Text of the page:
03 Apr 12Sarah Vizard
Buddy Media is bringing social marketing to YouTube in the latest sign of the video site's growing importance to brands. The integration will enable marketers to create social apps for their YouTube channel, target their content at specific audiences globally and view analytics on the video site. Speaking to StrategyEye, Buddy Media’s European MD, Luca Benini, believes that brands are increasingly turning their attention to social, with video forming a key part of advertisers’ marketing strategy as consumers look to brands for entertainment.
“One of the top reasons for people to engage with brands is entertainment, and the best entertainment content is video,” he says. “Promotion on content is the key driver and the key vehicle to delivering an engaging, comprehensive brand experience.”
Buddy Media expects the YouTube-specific social apps, which it calls ‘sapplets’, to be the most popular new function, enabling brands to include features such as a branded video player, quizzes and polls. It will also enable brands to add an RSS feed to their YouTube channel that could include content from blog posts or a Twitter feed. Buddy Media says that video-based sapplets are already among the top three most popular social apps on its marketing suite, suggesting high demand from marketers. According to Benini, YouTube makes a natural starting point for brands looking to engage with consumers through video.
“By listening to our clients we hear loud and clear that their strategy in social media passes by, or is sometimes centred around, video,” says Benini. “And we know that the home for video is YouTube.”
YouTube has experienced phenomenal growth over the past few months, with the site now powering more than 4bn video views a day, up from 3bn in May last year. But despite its success, the site has struggled to attract enough advertisers to become profitable, with brands concerned that their ads could end up next to low-quality user-generated content. However, YouTube has made a concerted effort to improve the quality of video content on its site, investing a rumoured USD100m in bringing in original TV content to the site and partnering with a range of content producers, such as Warner Bros and the BBC. YouTube also recently revamped the site to place a greater focus on channels, which launched with a raft of content partners including Reuters and the Wall Street Journal late last year. Benini suggests that it is this focus on content by YouTube that is motivating brands and advertisers to invest their money and attention on the video site.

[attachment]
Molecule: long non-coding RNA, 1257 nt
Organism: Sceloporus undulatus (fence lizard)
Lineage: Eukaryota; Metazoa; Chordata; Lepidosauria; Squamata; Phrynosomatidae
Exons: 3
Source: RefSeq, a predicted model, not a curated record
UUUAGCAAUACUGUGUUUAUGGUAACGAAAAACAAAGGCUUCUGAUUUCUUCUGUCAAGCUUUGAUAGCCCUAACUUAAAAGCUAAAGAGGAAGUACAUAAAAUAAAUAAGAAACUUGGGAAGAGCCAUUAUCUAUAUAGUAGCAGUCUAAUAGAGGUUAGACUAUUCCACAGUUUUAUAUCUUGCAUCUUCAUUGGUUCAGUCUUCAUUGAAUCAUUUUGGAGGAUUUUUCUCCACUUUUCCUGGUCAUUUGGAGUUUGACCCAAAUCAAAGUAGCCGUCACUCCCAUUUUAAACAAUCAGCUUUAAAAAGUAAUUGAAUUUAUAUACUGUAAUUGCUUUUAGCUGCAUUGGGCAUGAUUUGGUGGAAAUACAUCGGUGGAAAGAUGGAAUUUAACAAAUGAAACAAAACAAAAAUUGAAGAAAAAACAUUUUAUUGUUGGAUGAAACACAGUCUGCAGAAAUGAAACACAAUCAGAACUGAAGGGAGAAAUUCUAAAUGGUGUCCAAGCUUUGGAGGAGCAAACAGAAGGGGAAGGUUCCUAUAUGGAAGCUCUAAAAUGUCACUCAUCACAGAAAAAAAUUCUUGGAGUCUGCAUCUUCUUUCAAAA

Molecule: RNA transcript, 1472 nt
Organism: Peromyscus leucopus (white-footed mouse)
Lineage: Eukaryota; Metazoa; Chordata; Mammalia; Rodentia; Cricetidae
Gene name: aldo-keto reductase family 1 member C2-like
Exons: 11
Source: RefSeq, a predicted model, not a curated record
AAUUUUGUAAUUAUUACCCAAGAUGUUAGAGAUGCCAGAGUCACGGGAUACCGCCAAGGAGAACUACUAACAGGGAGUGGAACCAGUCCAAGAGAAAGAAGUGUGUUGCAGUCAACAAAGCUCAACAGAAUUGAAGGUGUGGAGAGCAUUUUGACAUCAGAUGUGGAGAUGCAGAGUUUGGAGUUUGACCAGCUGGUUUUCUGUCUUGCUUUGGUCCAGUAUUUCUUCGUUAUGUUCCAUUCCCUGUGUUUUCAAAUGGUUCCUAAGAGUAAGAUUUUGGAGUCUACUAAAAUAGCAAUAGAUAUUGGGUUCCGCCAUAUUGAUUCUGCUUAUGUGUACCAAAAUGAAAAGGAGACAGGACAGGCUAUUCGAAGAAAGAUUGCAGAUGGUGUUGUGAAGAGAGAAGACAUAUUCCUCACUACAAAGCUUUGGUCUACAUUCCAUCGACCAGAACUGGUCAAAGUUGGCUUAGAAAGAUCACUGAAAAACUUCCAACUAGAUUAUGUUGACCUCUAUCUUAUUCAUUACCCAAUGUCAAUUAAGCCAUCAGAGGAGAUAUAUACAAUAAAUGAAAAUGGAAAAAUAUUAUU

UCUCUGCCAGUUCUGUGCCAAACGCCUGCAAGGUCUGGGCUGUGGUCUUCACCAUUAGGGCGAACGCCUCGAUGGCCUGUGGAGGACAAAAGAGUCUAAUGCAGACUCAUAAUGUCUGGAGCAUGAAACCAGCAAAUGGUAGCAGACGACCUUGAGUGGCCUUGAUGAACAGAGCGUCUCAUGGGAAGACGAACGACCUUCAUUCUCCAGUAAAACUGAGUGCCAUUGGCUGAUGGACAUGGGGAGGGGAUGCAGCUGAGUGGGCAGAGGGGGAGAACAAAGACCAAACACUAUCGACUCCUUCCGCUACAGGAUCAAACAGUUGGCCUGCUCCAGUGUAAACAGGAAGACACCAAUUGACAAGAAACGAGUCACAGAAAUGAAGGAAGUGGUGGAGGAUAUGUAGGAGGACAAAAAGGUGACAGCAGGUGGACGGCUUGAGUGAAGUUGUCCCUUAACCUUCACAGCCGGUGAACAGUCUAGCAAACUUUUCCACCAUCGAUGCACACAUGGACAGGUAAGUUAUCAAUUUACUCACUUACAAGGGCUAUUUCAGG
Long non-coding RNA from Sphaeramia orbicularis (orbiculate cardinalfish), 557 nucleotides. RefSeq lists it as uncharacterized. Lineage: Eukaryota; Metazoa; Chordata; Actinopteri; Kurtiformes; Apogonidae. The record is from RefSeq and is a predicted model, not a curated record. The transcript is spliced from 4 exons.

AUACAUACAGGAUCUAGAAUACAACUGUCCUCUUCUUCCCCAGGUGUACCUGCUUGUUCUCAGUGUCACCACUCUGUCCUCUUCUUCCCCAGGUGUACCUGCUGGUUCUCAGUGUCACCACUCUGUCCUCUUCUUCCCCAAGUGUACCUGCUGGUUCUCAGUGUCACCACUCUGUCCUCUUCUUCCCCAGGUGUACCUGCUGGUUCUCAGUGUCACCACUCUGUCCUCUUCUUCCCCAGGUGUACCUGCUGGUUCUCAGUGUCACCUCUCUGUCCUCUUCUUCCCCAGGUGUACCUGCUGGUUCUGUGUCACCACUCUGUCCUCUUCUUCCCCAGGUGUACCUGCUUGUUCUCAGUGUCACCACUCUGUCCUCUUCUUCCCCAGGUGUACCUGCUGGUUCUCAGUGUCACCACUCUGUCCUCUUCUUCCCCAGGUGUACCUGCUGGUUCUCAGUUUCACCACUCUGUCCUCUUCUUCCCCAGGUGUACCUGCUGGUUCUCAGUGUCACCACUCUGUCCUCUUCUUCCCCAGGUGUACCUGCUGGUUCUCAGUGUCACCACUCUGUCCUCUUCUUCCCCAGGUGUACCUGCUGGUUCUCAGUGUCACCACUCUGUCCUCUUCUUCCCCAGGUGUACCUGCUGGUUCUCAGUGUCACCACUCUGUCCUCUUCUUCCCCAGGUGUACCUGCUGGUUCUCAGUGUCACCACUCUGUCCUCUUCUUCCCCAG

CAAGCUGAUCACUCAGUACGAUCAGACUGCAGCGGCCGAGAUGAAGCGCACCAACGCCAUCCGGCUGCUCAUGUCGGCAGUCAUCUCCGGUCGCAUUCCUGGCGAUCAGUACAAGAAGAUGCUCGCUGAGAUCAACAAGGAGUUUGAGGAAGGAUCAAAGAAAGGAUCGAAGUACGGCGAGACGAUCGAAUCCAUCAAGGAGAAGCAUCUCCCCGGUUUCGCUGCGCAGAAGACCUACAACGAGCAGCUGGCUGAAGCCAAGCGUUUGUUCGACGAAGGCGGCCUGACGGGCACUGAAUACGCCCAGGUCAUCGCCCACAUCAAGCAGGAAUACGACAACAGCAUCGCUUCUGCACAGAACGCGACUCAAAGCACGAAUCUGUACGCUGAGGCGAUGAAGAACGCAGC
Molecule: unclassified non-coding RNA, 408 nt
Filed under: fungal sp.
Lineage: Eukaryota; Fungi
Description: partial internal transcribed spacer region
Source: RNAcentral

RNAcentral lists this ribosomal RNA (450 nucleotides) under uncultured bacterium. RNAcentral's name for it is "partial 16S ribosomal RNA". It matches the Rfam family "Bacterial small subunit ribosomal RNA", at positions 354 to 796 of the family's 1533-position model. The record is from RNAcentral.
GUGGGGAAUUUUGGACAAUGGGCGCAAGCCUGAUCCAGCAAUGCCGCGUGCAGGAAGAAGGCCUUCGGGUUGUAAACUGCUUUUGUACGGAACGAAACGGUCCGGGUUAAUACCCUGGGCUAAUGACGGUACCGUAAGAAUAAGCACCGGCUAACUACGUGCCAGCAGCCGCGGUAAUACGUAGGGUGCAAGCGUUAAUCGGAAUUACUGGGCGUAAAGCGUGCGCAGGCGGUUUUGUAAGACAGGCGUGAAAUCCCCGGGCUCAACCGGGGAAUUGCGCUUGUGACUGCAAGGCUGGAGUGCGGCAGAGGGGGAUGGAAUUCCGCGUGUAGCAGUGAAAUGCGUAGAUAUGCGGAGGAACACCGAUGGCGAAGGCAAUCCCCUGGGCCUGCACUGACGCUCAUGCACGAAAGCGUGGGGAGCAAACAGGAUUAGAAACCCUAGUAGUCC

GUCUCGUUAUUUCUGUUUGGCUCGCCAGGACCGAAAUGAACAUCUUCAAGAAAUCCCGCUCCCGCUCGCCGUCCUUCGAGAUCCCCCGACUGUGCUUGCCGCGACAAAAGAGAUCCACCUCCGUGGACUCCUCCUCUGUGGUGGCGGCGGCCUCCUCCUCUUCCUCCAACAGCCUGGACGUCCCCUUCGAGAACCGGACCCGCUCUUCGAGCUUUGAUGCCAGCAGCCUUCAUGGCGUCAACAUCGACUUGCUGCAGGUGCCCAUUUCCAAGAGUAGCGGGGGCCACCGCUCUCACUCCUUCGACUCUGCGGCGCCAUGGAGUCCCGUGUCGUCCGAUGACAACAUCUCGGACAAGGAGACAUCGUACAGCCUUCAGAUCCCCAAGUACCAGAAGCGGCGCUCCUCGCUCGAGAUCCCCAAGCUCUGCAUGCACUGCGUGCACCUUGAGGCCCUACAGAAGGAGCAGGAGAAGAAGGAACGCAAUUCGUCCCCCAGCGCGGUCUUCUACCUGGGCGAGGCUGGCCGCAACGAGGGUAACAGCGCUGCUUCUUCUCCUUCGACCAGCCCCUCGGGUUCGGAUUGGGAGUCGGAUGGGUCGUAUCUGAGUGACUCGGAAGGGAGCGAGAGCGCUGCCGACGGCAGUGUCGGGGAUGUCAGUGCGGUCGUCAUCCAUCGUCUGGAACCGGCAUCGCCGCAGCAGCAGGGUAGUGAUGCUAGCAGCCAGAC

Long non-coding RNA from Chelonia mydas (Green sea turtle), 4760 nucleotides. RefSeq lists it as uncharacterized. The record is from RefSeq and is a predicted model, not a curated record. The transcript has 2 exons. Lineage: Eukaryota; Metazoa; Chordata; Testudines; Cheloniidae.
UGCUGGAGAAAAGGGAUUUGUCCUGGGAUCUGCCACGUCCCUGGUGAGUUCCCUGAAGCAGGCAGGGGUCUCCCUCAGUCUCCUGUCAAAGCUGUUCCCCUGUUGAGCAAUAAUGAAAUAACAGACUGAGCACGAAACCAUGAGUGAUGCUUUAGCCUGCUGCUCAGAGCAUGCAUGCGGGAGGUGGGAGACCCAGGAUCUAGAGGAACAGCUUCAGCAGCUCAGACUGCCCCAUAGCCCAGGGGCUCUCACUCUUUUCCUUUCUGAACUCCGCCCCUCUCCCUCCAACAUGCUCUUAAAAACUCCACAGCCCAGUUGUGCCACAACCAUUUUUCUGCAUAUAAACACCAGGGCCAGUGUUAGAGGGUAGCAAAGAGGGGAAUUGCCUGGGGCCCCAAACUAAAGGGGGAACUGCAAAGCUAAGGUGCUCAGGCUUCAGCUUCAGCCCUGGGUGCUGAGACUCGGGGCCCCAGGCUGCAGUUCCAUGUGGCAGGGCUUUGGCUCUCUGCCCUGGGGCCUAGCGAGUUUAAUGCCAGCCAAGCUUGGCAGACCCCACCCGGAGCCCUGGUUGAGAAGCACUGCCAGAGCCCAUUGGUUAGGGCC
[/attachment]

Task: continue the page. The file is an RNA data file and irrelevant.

"It's all about content," he says."It's exactly what is motivating all these choices and all these invesments, and the attention that is coming to YouTube."
Buddy Media’s decision to launch its social marketing programme on the video site suggests that this focus could be paying off, with European MD Luca Benini claiming that integration with YouTube was one of the key demands from its clients. The ability to customise channels should boost brands’ engagement with YouTube, encouraging them to advertise on and send traffic to the video site. The move by Buddy Media comes as social networks continue to play an increasingly important role for brand marketing, with businesses wanting to connect directly with their customers across a range of platforms.
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